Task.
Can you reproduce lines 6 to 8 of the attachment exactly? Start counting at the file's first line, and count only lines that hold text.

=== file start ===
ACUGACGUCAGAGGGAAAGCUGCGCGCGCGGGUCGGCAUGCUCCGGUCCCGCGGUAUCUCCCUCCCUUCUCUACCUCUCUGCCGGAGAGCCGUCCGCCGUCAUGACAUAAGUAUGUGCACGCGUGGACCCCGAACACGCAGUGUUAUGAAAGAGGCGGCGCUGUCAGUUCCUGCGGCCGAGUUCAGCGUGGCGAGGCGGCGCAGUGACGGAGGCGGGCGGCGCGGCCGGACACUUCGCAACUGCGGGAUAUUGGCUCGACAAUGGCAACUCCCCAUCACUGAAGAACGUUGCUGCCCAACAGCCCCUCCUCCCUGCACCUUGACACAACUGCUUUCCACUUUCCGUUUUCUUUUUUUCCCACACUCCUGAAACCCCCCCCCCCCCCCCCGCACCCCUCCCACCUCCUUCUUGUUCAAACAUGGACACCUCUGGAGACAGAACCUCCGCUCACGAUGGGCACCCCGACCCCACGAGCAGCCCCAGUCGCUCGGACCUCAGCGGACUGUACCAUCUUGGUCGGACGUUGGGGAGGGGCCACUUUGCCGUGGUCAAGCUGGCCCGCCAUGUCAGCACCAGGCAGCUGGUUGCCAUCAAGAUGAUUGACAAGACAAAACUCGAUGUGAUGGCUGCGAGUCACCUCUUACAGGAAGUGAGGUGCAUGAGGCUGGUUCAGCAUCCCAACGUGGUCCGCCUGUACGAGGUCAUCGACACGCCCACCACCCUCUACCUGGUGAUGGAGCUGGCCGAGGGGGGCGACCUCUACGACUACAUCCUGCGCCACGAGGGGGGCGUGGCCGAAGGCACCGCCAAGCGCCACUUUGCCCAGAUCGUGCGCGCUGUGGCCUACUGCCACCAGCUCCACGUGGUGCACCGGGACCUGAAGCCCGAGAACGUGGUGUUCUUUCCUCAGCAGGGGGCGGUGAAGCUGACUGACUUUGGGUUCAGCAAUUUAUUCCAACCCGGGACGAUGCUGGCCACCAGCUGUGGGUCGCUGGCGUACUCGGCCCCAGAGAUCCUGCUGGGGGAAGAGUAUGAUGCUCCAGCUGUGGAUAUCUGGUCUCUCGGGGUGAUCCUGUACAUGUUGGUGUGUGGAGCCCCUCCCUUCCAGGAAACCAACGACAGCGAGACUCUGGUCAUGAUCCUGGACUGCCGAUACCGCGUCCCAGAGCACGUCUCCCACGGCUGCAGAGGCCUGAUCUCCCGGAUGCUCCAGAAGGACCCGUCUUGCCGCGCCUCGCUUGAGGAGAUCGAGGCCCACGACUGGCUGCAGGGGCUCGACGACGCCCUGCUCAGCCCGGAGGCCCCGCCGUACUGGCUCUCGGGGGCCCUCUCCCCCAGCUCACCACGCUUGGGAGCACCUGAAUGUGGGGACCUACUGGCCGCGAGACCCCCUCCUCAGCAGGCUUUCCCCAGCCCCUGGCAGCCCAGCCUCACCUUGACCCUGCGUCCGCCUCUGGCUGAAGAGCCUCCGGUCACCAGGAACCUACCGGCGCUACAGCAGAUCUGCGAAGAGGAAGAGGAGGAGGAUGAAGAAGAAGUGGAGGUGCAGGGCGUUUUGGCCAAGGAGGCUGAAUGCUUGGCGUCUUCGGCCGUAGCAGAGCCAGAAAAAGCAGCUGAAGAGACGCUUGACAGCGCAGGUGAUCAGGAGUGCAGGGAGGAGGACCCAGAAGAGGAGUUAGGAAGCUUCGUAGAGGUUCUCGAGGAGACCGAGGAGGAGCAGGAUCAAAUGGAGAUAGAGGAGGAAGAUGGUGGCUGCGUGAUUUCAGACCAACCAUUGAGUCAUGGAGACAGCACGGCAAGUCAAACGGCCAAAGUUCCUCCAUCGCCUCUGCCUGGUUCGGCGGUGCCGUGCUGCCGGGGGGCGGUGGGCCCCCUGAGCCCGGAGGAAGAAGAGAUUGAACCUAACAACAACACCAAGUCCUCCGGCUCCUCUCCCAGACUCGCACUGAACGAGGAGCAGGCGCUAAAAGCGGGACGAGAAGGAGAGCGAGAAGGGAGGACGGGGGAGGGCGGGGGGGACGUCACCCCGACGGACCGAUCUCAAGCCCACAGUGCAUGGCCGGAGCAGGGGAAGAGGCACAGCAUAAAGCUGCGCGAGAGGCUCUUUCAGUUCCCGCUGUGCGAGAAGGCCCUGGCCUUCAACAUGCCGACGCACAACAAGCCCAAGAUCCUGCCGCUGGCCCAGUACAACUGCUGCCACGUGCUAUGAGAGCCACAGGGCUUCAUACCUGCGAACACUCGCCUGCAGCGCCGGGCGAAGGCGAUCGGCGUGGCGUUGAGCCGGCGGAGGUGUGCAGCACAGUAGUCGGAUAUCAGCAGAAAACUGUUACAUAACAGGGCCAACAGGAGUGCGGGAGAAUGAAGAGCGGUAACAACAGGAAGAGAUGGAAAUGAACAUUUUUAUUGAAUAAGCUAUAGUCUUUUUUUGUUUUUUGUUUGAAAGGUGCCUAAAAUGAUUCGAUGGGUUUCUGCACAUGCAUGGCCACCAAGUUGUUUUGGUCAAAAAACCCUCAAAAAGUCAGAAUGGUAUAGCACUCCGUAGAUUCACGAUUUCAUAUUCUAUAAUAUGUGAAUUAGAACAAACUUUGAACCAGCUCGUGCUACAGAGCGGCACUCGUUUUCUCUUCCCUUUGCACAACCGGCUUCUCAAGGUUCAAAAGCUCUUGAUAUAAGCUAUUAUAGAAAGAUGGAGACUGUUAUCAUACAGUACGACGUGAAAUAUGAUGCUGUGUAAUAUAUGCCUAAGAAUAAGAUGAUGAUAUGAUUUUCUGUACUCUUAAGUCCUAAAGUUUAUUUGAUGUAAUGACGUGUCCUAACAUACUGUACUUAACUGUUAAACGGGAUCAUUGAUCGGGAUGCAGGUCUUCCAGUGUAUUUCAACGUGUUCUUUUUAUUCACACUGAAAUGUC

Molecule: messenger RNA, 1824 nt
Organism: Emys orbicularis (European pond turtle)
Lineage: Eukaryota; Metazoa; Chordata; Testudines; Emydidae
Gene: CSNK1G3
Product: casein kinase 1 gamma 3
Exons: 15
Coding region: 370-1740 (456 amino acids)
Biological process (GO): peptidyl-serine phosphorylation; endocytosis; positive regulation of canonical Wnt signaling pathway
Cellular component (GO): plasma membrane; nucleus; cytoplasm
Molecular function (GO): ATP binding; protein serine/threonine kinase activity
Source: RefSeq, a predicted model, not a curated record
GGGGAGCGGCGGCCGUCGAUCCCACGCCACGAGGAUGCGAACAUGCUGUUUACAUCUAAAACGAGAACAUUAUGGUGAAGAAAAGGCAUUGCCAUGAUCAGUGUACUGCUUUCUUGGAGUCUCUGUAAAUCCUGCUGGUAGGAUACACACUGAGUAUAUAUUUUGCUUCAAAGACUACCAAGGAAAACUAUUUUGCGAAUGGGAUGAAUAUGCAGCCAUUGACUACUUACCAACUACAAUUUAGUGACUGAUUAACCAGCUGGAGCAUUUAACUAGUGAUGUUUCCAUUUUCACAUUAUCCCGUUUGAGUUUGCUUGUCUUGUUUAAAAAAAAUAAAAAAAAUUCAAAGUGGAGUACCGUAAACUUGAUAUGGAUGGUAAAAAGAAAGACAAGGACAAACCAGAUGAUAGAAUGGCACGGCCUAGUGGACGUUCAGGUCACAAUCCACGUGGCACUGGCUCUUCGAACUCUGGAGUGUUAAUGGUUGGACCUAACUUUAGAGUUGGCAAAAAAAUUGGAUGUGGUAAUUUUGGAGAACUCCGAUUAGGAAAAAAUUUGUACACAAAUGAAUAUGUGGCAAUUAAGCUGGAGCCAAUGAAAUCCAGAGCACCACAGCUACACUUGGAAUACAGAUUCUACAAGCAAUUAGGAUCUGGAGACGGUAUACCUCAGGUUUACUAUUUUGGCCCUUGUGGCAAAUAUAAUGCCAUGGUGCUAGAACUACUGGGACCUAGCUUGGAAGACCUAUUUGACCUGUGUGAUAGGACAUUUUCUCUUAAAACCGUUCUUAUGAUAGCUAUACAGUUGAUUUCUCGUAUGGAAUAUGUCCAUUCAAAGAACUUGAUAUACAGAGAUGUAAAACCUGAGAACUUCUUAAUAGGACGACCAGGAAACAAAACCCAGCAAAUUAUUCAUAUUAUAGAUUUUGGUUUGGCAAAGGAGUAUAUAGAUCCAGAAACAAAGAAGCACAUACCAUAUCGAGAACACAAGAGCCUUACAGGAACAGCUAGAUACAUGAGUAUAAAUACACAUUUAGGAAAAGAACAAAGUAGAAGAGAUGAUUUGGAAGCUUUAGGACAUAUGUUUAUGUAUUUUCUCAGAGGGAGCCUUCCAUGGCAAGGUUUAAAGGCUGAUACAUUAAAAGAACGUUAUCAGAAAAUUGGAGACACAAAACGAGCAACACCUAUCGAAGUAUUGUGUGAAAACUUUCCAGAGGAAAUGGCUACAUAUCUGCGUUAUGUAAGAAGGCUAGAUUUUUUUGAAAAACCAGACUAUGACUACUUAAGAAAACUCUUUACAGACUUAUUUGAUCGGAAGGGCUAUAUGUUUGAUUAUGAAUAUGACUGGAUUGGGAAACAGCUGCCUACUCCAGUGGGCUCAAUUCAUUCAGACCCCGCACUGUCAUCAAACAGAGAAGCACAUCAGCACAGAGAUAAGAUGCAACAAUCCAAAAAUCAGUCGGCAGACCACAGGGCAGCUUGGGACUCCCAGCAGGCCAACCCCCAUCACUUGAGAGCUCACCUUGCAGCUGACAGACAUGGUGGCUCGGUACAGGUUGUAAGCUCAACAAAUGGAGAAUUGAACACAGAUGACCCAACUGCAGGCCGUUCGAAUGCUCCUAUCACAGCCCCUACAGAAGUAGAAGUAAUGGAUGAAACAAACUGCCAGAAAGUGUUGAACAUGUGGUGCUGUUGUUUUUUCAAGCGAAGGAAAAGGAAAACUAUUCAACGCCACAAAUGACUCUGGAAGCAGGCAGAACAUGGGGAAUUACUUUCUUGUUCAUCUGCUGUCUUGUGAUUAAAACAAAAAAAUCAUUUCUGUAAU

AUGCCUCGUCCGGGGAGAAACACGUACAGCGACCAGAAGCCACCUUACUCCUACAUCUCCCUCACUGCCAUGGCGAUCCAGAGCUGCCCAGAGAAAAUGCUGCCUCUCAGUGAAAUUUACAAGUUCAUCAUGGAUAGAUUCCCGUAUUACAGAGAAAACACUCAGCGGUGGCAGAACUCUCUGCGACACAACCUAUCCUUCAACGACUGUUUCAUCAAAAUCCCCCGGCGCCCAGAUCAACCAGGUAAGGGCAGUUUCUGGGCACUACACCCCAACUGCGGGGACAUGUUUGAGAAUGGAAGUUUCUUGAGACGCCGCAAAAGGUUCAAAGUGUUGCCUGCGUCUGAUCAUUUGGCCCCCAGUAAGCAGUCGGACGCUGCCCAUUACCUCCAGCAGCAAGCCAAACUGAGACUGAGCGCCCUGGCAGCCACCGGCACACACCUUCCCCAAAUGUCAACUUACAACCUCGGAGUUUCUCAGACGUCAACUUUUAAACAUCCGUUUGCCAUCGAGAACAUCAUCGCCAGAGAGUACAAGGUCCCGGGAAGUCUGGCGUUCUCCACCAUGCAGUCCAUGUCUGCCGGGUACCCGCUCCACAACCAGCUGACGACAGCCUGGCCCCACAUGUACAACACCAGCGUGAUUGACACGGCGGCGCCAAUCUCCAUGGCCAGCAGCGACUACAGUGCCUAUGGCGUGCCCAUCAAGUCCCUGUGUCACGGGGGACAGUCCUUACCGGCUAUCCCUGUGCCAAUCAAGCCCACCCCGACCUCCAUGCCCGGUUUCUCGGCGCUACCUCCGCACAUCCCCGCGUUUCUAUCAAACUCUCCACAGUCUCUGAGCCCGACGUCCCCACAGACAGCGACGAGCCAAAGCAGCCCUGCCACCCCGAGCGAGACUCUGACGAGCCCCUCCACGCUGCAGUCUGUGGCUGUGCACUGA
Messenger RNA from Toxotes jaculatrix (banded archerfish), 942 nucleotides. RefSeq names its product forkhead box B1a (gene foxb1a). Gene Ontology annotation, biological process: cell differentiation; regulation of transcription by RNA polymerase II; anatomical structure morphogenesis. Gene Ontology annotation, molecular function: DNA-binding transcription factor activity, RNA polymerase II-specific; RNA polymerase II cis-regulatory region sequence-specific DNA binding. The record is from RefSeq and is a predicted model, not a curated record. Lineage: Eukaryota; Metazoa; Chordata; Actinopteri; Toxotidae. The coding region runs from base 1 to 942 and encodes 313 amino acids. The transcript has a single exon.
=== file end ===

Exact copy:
Product: casein kinase 1 gamma 3
Exons: 15
Coding region: 370-1740 (456 amino acids)